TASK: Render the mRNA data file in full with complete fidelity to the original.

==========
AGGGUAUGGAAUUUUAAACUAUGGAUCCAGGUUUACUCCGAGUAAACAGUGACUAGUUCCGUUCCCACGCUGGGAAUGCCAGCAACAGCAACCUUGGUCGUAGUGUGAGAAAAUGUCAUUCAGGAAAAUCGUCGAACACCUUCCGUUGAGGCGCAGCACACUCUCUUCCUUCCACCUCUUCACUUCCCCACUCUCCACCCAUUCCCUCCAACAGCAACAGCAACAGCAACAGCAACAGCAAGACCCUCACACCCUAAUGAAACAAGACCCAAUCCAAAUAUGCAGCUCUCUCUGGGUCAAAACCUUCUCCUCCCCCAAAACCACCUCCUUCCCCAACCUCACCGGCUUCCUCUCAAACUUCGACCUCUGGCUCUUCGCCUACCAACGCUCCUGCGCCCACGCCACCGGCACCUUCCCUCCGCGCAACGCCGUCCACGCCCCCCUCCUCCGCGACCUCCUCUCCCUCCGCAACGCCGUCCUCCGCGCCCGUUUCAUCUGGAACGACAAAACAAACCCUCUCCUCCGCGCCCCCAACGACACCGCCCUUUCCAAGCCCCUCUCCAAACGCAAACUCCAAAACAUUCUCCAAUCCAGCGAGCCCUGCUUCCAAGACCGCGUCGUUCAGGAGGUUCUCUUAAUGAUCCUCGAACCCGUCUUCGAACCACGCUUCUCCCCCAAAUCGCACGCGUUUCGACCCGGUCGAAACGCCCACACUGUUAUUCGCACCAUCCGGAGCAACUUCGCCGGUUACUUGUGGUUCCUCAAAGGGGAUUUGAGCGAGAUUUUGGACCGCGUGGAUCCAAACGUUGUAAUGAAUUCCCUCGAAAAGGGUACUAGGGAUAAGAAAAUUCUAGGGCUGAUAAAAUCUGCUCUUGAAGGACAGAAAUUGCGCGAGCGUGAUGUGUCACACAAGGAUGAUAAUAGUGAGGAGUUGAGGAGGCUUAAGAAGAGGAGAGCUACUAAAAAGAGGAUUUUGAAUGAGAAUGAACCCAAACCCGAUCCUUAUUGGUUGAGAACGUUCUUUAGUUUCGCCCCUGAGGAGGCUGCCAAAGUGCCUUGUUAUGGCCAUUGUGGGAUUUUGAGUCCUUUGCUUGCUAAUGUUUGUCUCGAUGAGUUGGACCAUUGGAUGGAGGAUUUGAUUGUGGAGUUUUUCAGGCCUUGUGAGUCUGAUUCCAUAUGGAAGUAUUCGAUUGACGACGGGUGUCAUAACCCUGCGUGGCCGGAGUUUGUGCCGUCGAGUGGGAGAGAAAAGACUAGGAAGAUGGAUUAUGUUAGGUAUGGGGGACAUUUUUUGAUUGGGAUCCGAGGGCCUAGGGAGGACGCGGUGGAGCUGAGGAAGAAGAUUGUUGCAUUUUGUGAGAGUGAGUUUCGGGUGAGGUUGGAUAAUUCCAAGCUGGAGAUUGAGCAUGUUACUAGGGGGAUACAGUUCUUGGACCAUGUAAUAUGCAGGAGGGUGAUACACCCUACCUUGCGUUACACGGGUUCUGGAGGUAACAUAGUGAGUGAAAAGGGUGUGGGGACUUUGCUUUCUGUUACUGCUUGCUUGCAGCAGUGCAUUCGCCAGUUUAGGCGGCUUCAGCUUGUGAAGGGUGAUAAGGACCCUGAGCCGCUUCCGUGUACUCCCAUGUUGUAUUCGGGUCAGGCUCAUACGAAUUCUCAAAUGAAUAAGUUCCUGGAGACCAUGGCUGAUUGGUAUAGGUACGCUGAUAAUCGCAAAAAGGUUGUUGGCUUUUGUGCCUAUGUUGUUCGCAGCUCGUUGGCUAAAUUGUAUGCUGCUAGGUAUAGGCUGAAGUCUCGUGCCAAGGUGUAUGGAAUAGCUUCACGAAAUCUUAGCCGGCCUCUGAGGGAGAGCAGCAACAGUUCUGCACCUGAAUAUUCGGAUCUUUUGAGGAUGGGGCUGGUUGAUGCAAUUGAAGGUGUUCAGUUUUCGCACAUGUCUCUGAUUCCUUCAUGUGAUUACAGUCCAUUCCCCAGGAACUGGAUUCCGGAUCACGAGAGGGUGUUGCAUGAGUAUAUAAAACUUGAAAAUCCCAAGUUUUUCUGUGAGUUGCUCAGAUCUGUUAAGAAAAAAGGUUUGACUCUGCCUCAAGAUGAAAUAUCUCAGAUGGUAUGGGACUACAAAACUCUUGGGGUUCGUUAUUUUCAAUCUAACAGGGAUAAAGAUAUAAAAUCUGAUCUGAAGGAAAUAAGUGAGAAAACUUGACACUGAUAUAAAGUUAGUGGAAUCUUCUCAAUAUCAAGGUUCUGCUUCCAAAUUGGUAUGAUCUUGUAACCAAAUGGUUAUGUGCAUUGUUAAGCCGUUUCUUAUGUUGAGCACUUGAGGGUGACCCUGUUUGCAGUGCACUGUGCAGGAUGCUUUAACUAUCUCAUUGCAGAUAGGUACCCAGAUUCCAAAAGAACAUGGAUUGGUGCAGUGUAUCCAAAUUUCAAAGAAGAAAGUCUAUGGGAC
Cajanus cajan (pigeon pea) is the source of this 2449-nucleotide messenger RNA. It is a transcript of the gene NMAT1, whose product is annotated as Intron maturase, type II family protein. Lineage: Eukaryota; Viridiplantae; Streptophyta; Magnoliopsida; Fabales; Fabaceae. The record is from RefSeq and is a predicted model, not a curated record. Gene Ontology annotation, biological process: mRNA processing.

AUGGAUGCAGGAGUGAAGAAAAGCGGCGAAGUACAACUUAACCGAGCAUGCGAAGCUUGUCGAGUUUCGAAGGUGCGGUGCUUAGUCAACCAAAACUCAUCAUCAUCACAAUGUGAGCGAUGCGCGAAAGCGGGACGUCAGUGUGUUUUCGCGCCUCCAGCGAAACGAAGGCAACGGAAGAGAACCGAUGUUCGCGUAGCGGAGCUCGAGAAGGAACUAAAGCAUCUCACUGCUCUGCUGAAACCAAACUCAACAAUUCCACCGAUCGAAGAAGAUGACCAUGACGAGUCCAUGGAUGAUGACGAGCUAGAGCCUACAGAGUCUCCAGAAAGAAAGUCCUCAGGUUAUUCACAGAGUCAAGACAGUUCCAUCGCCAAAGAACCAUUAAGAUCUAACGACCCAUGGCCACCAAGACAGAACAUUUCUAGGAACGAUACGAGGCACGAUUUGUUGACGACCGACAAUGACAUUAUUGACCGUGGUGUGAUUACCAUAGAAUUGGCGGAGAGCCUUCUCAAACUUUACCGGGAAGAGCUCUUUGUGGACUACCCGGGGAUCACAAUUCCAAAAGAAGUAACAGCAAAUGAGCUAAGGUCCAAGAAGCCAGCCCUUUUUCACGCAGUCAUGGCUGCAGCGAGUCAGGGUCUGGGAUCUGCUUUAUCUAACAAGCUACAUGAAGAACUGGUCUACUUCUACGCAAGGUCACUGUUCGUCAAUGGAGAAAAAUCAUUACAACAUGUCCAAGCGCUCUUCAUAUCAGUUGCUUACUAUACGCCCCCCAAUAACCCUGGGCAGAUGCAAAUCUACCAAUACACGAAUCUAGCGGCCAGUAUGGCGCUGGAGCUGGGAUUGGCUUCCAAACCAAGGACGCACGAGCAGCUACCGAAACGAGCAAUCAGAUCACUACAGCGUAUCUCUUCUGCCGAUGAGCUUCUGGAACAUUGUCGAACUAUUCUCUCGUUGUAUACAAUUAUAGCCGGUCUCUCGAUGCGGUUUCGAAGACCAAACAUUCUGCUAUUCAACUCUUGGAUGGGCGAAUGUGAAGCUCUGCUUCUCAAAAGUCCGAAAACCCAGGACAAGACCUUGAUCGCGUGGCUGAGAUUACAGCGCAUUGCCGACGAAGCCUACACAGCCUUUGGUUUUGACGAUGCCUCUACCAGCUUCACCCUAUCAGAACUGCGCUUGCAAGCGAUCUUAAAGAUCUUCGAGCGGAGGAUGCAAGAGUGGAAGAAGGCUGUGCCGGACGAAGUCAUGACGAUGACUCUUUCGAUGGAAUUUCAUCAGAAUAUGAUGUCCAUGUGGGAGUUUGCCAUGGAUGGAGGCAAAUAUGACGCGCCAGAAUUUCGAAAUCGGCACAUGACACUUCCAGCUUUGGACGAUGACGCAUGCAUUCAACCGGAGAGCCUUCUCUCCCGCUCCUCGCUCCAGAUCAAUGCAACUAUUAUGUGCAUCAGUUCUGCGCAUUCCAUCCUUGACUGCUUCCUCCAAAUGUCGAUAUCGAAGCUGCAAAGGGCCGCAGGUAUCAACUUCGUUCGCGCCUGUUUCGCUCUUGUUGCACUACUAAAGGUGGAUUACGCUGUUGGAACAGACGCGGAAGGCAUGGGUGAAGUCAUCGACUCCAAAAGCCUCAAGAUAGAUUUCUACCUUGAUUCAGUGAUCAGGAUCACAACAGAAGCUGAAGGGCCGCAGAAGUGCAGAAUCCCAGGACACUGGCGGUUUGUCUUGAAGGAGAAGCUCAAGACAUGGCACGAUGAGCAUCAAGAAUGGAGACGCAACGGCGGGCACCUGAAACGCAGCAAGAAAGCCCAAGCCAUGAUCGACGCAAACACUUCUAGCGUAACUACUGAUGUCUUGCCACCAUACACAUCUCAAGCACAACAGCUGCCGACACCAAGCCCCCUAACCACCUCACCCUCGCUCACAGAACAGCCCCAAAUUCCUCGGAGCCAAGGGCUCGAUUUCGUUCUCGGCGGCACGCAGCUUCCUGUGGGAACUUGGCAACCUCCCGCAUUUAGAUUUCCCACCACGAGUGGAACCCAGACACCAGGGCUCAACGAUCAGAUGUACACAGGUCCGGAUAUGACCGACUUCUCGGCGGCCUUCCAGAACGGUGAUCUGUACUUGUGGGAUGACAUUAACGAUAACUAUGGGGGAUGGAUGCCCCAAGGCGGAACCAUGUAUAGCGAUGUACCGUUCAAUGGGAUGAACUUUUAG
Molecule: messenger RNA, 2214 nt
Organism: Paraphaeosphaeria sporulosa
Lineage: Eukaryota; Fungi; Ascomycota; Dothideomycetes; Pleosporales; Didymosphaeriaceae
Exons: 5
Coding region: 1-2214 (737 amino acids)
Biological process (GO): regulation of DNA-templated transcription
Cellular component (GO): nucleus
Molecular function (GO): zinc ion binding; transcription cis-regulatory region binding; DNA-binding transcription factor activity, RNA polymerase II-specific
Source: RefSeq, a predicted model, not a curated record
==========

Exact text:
AGGGUAUGGAAUUUUAAACUAUGGAUCCAGGUUUACUCCGAGUAAACAGUGACUAGUUCCGUUCCCACGCUGGGAAUGCCAGCAACAGCAACCUUGGUCGUAGUGUGAGAAAAUGUCAUUCAGGAAAAUCGUCGAACACCUUCCGUUGAGGCGCAGCACACUCUCUUCCUUCCACCUCUUCACUUCCCCACUCUCCACCCAUUCCCUCCAACAGCAACAGCAACAGCAACAGCAACAGCAAGACCCUCACACCCUAAUGAAACAAGACCCAAUCCAAAUAUGCAGCUCUCUCUGGGUCAAAACCUUCUCCUCCCCCAAAACCACCUCCUUCCCCAACCUCACCGGCUUCCUCUCAAACUUCGACCUCUGGCUCUUCGCCUACCAACGCUCCUGCGCCCACGCCACCGGCACCUUCCCUCCGCGCAACGCCGUCCACGCCCCCCUCCUCCGCGACCUCCUCUCCCUCCGCAACGCCGUCCUCCGCGCCCGUUUCAUCUGGAACGACAAAACAAACCCUCUCCUCCGCGCCCCCAACGACACCGCCCUUUCCAAGCCCCUCUCCAAACGCAAACUCCAAAACAUUCUCCAAUCCAGCGAGCCCUGCUUCCAAGACCGCGUCGUUCAGGAGGUUCUCUUAAUGAUCCUCGAACCCGUCUUCGAACCACGCUUCUCCCCCAAAUCGCACGCGUUUCGACCCGGUCGAAACGCCCACACUGUUAUUCGCACCAUCCGGAGCAACUUCGCCGGUUACUUGUGGUUCCUCAAAGGGGAUUUGAGCGAGAUUUUGGACCGCGUGGAUCCAAACGUUGUAAUGAAUUCCCUCGAAAAGGGUACUAGGGAUAAGAAAAUUCUAGGGCUGAUAAAAUCUGCUCUUGAAGGACAGAAAUUGCGCGAGCGUGAUGUGUCACACAAGGAUGAUAAUAGUGAGGAGUUGAGGAGGCUUAAGAAGAGGAGAGCUACUAAAAAGAGGAUUUUGAAUGAGAAUGAACCCAAACCCGAUCCUUAUUGGUUGAGAACGUUCUUUAGUUUCGCCCCUGAGGAGGCUGCCAAAGUGCCUUGUUAUGGCCAUUGUGGGAUUUUGAGUCCUUUGCUUGCUAAUGUUUGUCUCGAUGAGUUGGACCAUUGGAUGGAGGAUUUGAUUGUGGAGUUUUUCAGGCCUUGUGAGUCUGAUUCCAUAUGGAAGUAUUCGAUUGACGACGGGUGUCAUAACCCUGCGUGGCCGGAGUUUGUGCCGUCGAGUGGGAGAGAAAAGACUAGGAAGAUGGAUUAUGUUAGGUAUGGGGGACAUUUUUUGAUUGGGAUCCGAGGGCCUAGGGAGGACGCGGUGGAGCUGAGGAAGAAGAUUGUUGCAUUUUGUGAGAGUGAGUUUCGGGUGAGGUUGGAUAAUUCCAAGCUGGAGAUUGAGCAUGUUACUAGGGGGAUACAGUUCUUGGACCAUGUAAUAUGCAGGAGGGUGAUACACCCUACCUUGCGUUACACGGGUUCUGGAGGUAACAUAGUGAGUGAAAAGGGUGUGGGGACUUUGCUUUCUGUUACUGCUUGCUUGCAGCAGUGCAUUCGCCAGUUUAGGCGGCUUCAGCUUGUGAAGGGUGAUAAGGACCCUGAGCCGCUUCCGUGUACUCCCAUGUUGUAUUCGGGUCAGGCUCAUACGAAUUCUCAAAUGAAUAAGUUCCUGGAGACCAUGGCUGAUUGGUAUAGGUACGCUGAUAAUCGCAAAAAGGUUGUUGGCUUUUGUGCCUAUGUUGUUCGCAGCUCGUUGGCUAAAUUGUAUGCUGCUAGGUAUAGGCUGAAGUCUCGUGCCAAGGUGUAUGGAAUAGCUUCACGAAAUCUUAGCCGGCCUCUGAGGGAGAGCAGCAACAGUUCUGCACCUGAAUAUUCGGAUCUUUUGAGGAUGGGGCUGGUUGAUGCAAUUGAAGGUGUUCAGUUUUCGCACAUGUCUCUGAUUCCUUCAUGUGAUUACAGUCCAUUCCCCAGGAACUGGAUUCCGGAUCACGAGAGGGUGUUGCAUGAGUAUAUAAAACUUGAAAAUCCCAAGUUUUUCUGUGAGUUGCUCAGAUCUGUUAAGAAAAAAGGUUUGACUCUGCCUCAAGAUGAAAUAUCUCAGAUGGUAUGGGACUACAAAACUCUUGGGGUUCGUUAUUUUCAAUCUAACAGGGAUAAAGAUAUAAAAUCUGAUCUGAAGGAAAUAAGUGAGAAAACUUGACACUGAUAUAAAGUUAGUGGAAUCUUCUCAAUAUCAAGGUUCUGCUUCCAAAUUGGUAUGAUCUUGUAACCAAAUGGUUAUGUGCAUUGUUAAGCCGUUUCUUAUGUUGAGCACUUGAGGGUGACCCUGUUUGCAGUGCACUGUGCAGGAUGCUUUAACUAUCUCAUUGCAGAUAGGUACCCAGAUUCCAAAAGAACAUGGAUUGGUGCAGUGUAUCCAAAUUUCAAAGAAGAAAGUCUAUGGGAC
Cajanus cajan (pigeon pea) is the source of this 2449-nucleotide messenger RNA. It is a transcript of the gene NMAT1, whose product is annotated as Intron maturase, type II family protein. Lineage: Eukaryota; Viridiplantae; Streptophyta; Magnoliopsida; Fabales; Fabaceae. The record is from RefSeq and is a predicted model, not a curated record. Gene Ontology annotation, biological process: mRNA processing.

AUGGAUGCAGGAGUGAAGAAAAGCGGCGAAGUACAACUUAACCGAGCAUGCGAAGCUUGUCGAGUUUCGAAGGUGCGGUGCUUAGUCAACCAAAACUCAUCAUCAUCACAAUGUGAGCGAUGCGCGAAAGCGGGACGUCAGUGUGUUUUCGCGCCUCCAGCGAAACGAAGGCAACGGAAGAGAACCGAUGUUCGCGUAGCGGAGCUCGAGAAGGAACUAAAGCAUCUCACUGCUCUGCUGAAACCAAACUCAACAAUUCCACCGAUCGAAGAAGAUGACCAUGACGAGUCCAUGGAUGAUGACGAGCUAGAGCCUACAGAGUCUCCAGAAAGAAAGUCCUCAGGUUAUUCACAGAGUCAAGACAGUUCCAUCGCCAAAGAACCAUUAAGAUCUAACGACCCAUGGCCACCAAGACAGAACAUUUCUAGGAACGAUACGAGGCACGAUUUGUUGACGACCGACAAUGACAUUAUUGACCGUGGUGUGAUUACCAUAGAAUUGGCGGAGAGCCUUCUCAAACUUUACCGGGAAGAGCUCUUUGUGGACUACCCGGGGAUCACAAUUCCAAAAGAAGUAACAGCAAAUGAGCUAAGGUCCAAGAAGCCAGCCCUUUUUCACGCAGUCAUGGCUGCAGCGAGUCAGGGUCUGGGAUCUGCUUUAUCUAACAAGCUACAUGAAGAACUGGUCUACUUCUACGCAAGGUCACUGUUCGUCAAUGGAGAAAAAUCAUUACAACAUGUCCAAGCGCUCUUCAUAUCAGUUGCUUACUAUACGCCCCCCAAUAACCCUGGGCAGAUGCAAAUCUACCAAUACACGAAUCUAGCGGCCAGUAUGGCGCUGGAGCUGGGAUUGGCUUCCAAACCAAGGACGCACGAGCAGCUACCGAAACGAGCAAUCAGAUCACUACAGCGUAUCUCUUCUGCCGAUGAGCUUCUGGAACAUUGUCGAACUAUUCUCUCGUUGUAUACAAUUAUAGCCGGUCUCUCGAUGCGGUUUCGAAGACCAAACAUUCUGCUAUUCAACUCUUGGAUGGGCGAAUGUGAAGCUCUGCUUCUCAAAAGUCCGAAAACCCAGGACAAGACCUUGAUCGCGUGGCUGAGAUUACAGCGCAUUGCCGACGAAGCCUACACAGCCUUUGGUUUUGACGAUGCCUCUACCAGCUUCACCCUAUCAGAACUGCGCUUGCAAGCGAUCUUAAAGAUCUUCGAGCGGAGGAUGCAAGAGUGGAAGAAGGCUGUGCCGGACGAAGUCAUGACGAUGACUCUUUCGAUGGAAUUUCAUCAGAAUAUGAUGUCCAUGUGGGAGUUUGCCAUGGAUGGAGGCAAAUAUGACGCGCCAGAAUUUCGAAAUCGGCACAUGACACUUCCAGCUUUGGACGAUGACGCAUGCAUUCAACCGGAGAGCCUUCUCUCCCGCUCCUCGCUCCAGAUCAAUGCAACUAUUAUGUGCAUCAGUUCUGCGCAUUCCAUCCUUGACUGCUUCCUCCAAAUGUCGAUAUCGAAGCUGCAAAGGGCCGCAGGUAUCAACUUCGUUCGCGCCUGUUUCGCUCUUGUUGCACUACUAAAGGUGGAUUACGCUGUUGGAACAGACGCGGAAGGCAUGGGUGAAGUCAUCGACUCCAAAAGCCUCAAGAUAGAUUUCUACCUUGAUUCAGUGAUCAGGAUCACAACAGAAGCUGAAGGGCCGCAGAAGUGCAGAAUCCCAGGACACUGGCGGUUUGUCUUGAAGGAGAAGCUCAAGACAUGGCACGAUGAGCAUCAAGAAUGGAGACGCAACGGCGGGCACCUGAAACGCAGCAAGAAAGCCCAAGCCAUGAUCGACGCAAACACUUCUAGCGUAACUACUGAUGUCUUGCCACCAUACACAUCUCAAGCACAACAGCUGCCGACACCAAGCCCCCUAACCACCUCACCCUCGCUCACAGAACAGCCCCAAAUUCCUCGGAGCCAAGGGCUCGAUUUCGUUCUCGGCGGCACGCAGCUUCCUGUGGGAACUUGGCAACCUCCCGCAUUUAGAUUUCCCACCACGAGUGGAACCCAGACACCAGGGCUCAACGAUCAGAUGUACACAGGUCCGGAUAUGACCGACUUCUCGGCGGCCUUCCAGAACGGUGAUCUGUACUUGUGGGAUGACAUUAACGAUAACUAUGGGGGAUGGAUGCCCCAAGGCGGAACCAUGUAUAGCGAUGUACCGUUCAAUGGGAUGAACUUUUAG
Molecule: messenger RNA, 2214 nt
Organism: Paraphaeosphaeria sporulosa
Lineage: Eukaryota; Fungi; Ascomycota; Dothideomycetes; Pleosporales; Didymosphaeriaceae
Exons: 5
Coding region: 1-2214 (737 amino acids)
Biological process (GO): regulation of DNA-templated transcription
Cellular component (GO): nucleus
Molecular function (GO): zinc ion binding; transcription cis-regulatory region binding; DNA-binding transcription factor activity, RNA polymerase II-specific
Source: RefSeq, a predicted model, not a curated record